Virginia wins the Writers' Guild of Great Britain's prize for best game writing

The Writers' Guild of Great Britain has awarded its 2017 prize for best writing in a videogame to Virginia, Variable State's tale of FBI agents investigating the disappearance of a young boy in the town of Kingdom, Virginia. The game, written by Jonathan Burroughs, Lyndon Holland, and Terry Kenny, beat out FIFA 17: The Journey, by Martin Korda, Matthew Turner, and Tom Watt, and Fragments of Him, by Mata Haggis, to claim the top honor. 

What makes the win especially interesting is that Virginia is a silent game, "without a single line of dialog," as we noted in our review. "No one, including protagonist Anne Tarver, utters a single word." Despite that, "perhaps its greatest accomplishment is how, with a completely silent narrative, its cast is somehow more interesting than characters from other games who have thousands of lines of dialogue." 

And of course, it was written: Silent or not, this stuff doesn't just magically appear out of thin air. The fact that Virginia was able to so effectively spin its X-Files-flavored early-'90s detective story without relying on chatty characters or expositional asides speaks very highly of its writers' efforts. And the WGGB isn't the only organization to think so. Virginia also leads the pack at this year's IGF Awards, with four nominations including, unsurprisingly, Excellence in Narration.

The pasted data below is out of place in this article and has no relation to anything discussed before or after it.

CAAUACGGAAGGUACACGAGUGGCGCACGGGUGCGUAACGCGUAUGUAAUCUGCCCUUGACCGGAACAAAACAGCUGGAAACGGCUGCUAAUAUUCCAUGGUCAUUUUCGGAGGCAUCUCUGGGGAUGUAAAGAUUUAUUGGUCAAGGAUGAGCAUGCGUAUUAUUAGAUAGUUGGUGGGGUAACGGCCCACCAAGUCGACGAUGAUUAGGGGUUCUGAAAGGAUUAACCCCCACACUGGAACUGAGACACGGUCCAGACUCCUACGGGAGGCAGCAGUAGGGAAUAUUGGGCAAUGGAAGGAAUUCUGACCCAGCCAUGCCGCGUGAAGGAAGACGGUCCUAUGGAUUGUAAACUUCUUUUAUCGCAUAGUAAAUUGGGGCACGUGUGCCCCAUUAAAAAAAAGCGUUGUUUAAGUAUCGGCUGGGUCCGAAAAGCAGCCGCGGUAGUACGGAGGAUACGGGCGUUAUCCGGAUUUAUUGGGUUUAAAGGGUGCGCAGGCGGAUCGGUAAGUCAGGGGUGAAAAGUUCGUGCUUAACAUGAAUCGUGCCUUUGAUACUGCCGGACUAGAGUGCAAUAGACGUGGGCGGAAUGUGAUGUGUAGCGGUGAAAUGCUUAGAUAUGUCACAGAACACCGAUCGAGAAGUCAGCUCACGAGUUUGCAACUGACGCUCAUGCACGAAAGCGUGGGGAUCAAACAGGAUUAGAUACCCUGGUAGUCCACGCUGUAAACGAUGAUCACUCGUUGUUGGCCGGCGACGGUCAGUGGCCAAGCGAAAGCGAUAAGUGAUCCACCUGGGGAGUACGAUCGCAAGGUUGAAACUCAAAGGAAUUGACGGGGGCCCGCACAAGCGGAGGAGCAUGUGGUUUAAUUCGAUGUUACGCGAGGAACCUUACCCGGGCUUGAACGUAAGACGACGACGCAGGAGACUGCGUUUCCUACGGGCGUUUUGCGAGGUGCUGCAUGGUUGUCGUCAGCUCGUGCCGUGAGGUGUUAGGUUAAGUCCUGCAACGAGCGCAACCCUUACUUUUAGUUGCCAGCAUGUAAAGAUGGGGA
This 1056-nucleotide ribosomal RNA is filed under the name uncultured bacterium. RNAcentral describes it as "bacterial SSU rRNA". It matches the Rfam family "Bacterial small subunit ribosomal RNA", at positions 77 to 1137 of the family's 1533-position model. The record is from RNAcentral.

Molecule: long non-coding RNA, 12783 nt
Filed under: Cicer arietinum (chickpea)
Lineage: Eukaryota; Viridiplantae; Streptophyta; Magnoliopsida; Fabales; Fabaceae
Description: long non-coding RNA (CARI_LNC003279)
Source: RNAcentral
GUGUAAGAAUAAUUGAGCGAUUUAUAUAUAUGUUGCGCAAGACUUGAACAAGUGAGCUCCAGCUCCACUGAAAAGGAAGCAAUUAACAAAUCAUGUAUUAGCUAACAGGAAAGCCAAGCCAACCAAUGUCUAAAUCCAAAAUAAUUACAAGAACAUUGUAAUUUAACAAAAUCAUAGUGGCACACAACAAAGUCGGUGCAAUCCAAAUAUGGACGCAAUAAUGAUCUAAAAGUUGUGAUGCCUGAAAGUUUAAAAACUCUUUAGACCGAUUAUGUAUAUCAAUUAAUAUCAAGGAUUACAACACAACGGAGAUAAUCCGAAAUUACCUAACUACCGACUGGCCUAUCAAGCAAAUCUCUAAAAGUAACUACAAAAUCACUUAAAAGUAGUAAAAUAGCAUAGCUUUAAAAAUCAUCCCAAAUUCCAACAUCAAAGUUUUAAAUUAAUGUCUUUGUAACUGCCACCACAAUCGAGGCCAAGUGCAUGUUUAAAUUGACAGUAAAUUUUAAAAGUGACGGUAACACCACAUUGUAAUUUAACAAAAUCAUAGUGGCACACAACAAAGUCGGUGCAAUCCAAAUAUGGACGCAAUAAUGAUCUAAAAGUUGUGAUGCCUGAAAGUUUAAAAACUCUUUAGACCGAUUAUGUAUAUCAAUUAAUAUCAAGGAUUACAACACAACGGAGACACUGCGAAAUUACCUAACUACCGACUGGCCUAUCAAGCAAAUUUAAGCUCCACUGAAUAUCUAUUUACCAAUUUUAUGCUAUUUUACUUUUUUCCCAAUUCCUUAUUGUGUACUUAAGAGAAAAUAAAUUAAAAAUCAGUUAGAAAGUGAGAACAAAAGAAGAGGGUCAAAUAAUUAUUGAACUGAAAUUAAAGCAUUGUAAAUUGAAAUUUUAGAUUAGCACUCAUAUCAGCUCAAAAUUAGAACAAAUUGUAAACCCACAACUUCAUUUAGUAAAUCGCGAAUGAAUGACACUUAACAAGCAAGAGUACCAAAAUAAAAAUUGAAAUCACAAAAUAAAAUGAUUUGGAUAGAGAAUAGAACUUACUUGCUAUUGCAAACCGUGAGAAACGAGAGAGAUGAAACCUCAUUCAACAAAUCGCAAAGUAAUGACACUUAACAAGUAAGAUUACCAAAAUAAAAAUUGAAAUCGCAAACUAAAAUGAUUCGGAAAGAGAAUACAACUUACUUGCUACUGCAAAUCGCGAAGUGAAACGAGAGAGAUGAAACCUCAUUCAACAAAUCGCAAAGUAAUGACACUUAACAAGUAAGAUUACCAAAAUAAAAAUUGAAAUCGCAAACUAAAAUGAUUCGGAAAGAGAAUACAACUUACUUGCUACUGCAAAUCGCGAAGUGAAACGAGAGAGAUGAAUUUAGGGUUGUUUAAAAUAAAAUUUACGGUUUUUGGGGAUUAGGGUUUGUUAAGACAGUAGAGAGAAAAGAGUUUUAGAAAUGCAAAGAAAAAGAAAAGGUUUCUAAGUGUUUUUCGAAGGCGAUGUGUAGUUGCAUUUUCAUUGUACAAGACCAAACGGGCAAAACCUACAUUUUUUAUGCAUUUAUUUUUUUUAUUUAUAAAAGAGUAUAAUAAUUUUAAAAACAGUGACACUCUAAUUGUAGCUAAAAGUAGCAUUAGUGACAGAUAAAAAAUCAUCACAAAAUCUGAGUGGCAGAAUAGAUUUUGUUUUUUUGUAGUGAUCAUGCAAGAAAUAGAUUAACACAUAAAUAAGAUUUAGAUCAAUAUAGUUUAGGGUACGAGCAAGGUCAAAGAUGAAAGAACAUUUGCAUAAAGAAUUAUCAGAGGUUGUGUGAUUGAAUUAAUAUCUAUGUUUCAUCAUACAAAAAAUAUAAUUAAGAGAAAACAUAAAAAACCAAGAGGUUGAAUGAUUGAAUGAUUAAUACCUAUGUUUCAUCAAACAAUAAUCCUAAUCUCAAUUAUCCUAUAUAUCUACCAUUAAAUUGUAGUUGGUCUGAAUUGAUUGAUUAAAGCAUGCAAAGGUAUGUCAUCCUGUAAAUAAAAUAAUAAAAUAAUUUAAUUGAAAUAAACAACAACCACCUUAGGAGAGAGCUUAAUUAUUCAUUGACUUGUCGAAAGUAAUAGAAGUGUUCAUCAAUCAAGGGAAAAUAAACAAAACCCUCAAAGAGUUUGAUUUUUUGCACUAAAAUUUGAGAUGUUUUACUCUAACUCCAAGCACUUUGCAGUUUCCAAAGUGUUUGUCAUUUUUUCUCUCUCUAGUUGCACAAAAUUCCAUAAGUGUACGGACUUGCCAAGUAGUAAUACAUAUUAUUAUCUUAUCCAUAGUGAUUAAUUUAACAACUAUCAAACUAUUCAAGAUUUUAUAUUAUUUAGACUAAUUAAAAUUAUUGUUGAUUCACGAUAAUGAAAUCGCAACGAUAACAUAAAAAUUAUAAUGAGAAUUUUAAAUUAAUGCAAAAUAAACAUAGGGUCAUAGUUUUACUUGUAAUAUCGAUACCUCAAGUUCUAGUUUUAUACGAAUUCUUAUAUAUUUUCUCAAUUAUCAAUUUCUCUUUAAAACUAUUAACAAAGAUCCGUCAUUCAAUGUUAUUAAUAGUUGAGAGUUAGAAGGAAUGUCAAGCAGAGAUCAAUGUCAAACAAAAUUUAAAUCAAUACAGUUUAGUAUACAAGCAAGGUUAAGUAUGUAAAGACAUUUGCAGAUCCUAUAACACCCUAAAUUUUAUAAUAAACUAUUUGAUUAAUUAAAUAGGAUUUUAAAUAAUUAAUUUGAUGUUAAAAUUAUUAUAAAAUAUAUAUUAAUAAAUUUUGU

It's also fun, in a purely academic sense, to compare the Writers' Guild of Great Britain's nominees for best game writing with those of the Writers Guild of America, which has Call of Duty: Infinite Warfare, Far Cry Primal, Uncharted 4: A Thief's End, and the mobile game MR. ROBOT 1.51exfiltratiOn competing for the prize. The WGA award winners will be announced in February. 

Andy Chalk

Andy has been gaming on PCs from the very beginning, starting as a youngster with text adventures and primitive action games on a cassette-based TRS80. From there he graduated to the glory days of Sierra Online adventures and Microprose sims, ran a local BBS, learned how to build PCs, and developed a longstanding love of RPGs, immersive sims, and shooters. He began writing videogame news in 2007 for The Escapist and somehow managed to avoid getting fired until 2014, when he joined the storied ranks of PC Gamer. He covers all aspects of the industry, from new game announcements and patch notes to legal disputes, Twitch beefs, esports, and Henry Cavill. Lots of Henry Cavill.